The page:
By: Al Necro

Ad Nauseam |  facebook |  bandcamp | 

Released on March 31, 2015 via Lavadome Productions

Al Necro here. This review features the band Ad Nauseam and their album with the extra-long title Nihill Quam Vacuitas Ordinatum Est. Truth be told, Al Necro selected this album for review blindly. You guys know I’m not much into technical death metal, but this album isn’t solely that. Nihill Quam Vacuitas Ordinatum Est at times merges parts both technical and anti-technical, fusing dissonance with complex arrangements.

Some of the riffs are borderline catchy, which help the album mightily, as the more technical riffs and dizzying whirlwind tempo changes can slog. This album isn’t early 2000s tech death in the very least. It’s not lead guitar wankery a’la Brain Drill. The chord transitions are akin to some progressive black metal, ringing notes out along the upper frets. Overall, Nihill Quam… is a challenging listen for the casual metal fan. There are plenty of rewarding segments, but the songs merge into a frenzy of strange sounds and riffs.

Nihill Quam… is very much guitar-based. The drums do take a backseat, much of the time due to the production values. I feel that the production somehow fits the style of music, as a very clear digital production style would have rendered the dissonant portions a disservice. Instead, Ad Nauseam sound like a band very comfortable with lurking in the underground.

Nihill Quam… is released by little-known label Lavadome Productions. Lavadome very much like this style of play. Actually, this type of music is quite novel in that most metal bands that play a combination of tech and anti-tech play riffs a’la Portal. So, if you dig this album, check out Lavadome’s other releases.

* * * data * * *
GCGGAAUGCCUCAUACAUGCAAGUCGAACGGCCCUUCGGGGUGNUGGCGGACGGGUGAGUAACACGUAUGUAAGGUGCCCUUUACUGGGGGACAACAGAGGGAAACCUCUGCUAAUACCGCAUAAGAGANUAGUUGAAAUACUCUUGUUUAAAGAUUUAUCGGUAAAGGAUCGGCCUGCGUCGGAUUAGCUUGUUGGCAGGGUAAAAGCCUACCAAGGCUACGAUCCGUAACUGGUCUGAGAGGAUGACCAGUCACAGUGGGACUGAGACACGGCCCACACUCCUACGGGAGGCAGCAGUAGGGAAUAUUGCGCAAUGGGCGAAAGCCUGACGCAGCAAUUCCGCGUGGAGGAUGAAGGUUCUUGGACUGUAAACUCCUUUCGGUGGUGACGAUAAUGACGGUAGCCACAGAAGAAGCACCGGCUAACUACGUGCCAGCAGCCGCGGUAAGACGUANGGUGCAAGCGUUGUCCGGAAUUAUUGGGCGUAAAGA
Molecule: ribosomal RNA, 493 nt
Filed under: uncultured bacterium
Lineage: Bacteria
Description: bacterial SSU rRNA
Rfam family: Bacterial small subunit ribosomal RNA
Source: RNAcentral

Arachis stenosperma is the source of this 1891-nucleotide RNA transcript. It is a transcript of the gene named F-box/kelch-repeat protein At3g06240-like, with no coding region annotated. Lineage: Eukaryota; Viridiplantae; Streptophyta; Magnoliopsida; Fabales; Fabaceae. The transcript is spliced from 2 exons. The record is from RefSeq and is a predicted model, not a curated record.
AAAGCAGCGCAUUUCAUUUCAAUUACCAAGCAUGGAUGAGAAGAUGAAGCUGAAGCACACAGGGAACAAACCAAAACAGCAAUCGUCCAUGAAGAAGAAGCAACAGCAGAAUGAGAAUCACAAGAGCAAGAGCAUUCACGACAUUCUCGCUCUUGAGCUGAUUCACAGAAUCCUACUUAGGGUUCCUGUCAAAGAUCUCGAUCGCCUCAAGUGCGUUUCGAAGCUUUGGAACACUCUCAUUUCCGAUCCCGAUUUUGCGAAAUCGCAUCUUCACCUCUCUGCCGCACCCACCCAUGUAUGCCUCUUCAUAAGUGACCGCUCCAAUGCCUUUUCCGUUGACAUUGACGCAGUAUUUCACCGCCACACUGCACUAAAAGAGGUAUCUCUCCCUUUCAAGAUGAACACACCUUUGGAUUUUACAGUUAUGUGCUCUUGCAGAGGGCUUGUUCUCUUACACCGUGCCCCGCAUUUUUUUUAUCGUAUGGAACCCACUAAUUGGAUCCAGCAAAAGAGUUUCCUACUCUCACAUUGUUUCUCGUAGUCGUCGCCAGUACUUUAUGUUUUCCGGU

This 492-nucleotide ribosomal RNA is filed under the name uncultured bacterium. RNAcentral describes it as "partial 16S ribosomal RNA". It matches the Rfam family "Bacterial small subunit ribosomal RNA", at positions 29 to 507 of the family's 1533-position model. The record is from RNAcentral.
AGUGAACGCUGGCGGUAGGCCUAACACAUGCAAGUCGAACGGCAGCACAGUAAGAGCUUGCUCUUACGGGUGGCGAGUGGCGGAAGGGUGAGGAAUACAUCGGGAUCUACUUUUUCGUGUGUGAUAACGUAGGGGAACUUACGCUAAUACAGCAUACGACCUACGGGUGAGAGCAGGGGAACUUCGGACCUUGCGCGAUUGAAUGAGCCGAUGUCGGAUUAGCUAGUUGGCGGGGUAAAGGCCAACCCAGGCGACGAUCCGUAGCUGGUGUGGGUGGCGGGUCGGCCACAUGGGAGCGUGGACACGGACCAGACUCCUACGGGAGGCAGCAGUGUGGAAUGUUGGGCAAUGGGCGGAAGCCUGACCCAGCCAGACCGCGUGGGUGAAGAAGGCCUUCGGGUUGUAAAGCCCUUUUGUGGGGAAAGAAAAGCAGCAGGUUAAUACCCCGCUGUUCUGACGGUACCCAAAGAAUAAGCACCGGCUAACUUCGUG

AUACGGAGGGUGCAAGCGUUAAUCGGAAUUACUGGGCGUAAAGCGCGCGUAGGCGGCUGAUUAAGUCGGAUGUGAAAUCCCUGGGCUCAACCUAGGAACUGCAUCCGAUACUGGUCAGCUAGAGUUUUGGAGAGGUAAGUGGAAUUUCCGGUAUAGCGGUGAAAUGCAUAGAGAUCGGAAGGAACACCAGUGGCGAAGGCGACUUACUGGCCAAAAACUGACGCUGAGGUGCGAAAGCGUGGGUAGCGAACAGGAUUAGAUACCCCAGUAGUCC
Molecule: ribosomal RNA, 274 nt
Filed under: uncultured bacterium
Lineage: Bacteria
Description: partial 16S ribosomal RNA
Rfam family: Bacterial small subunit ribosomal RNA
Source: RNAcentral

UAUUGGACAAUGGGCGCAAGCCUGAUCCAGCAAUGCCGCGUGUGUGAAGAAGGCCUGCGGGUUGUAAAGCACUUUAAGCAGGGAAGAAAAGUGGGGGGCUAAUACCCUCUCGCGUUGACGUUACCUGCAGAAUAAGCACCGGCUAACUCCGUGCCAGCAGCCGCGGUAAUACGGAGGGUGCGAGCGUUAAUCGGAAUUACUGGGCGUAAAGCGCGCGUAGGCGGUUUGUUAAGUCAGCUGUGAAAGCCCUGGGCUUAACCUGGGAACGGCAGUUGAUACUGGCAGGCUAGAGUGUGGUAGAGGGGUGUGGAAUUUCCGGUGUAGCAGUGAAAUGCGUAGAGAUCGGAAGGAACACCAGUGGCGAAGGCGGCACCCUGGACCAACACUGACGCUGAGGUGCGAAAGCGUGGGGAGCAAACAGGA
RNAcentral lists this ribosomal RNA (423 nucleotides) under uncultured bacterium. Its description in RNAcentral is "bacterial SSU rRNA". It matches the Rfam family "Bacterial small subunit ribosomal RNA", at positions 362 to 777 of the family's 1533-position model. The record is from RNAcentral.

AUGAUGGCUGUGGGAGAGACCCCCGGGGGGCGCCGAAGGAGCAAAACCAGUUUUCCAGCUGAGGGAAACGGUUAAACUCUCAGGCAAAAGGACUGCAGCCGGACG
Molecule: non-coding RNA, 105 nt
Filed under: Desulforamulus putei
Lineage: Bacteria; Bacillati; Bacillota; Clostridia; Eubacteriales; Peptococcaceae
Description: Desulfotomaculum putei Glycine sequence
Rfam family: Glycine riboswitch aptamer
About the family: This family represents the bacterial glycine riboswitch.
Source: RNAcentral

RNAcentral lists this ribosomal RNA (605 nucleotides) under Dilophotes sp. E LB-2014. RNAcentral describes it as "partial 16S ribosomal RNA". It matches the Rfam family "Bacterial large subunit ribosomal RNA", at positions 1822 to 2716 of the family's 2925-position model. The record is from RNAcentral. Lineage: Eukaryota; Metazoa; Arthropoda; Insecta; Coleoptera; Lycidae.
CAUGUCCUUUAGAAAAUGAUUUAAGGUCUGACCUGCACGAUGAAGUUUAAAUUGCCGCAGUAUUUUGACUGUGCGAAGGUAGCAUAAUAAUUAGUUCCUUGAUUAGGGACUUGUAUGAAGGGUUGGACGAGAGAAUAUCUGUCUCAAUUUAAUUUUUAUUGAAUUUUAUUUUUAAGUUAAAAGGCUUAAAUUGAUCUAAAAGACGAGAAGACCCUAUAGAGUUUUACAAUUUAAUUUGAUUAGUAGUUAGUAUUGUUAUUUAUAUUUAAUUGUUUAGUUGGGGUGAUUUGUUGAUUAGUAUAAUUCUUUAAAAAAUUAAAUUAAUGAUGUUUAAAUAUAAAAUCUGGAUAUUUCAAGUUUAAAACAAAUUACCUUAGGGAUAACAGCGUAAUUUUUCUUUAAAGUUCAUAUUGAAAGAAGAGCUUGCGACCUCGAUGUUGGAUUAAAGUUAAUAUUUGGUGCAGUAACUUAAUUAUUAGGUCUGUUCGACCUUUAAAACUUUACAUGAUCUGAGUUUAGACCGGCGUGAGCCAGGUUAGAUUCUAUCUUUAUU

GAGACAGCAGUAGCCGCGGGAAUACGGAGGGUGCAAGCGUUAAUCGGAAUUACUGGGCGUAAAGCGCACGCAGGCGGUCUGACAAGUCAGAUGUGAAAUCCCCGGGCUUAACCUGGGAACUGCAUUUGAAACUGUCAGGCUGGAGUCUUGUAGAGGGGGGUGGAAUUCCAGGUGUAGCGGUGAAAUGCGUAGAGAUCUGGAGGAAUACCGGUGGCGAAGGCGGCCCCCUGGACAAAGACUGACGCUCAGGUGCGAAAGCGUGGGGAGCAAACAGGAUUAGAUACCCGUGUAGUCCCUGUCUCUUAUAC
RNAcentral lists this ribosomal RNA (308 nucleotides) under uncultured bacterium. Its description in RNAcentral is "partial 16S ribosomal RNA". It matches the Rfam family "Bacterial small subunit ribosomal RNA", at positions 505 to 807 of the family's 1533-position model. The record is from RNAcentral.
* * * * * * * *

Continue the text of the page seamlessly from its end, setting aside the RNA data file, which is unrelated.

The first track makes the longest-lasting impressions on me, but there are actually no highlight tracks. Listening to this album in one sitting is daunting, and this notion arises very early into the listen. However, fans of tech death that use other elements will find this album noteworthy. The riffs are well done, and the performances are top-notch. Certainly give this album a chance with repeat listens. Six Feet Under fans, you have been warned. This album isn’t chock full of the sort of hacked riffs that commercial death metal bands routinely come up with. If you like high-speed palm-muted chugga-chugga and shreds, you’ll love Nihill Quam Vacuitas Ordinatum Est like it’s a drug habit.

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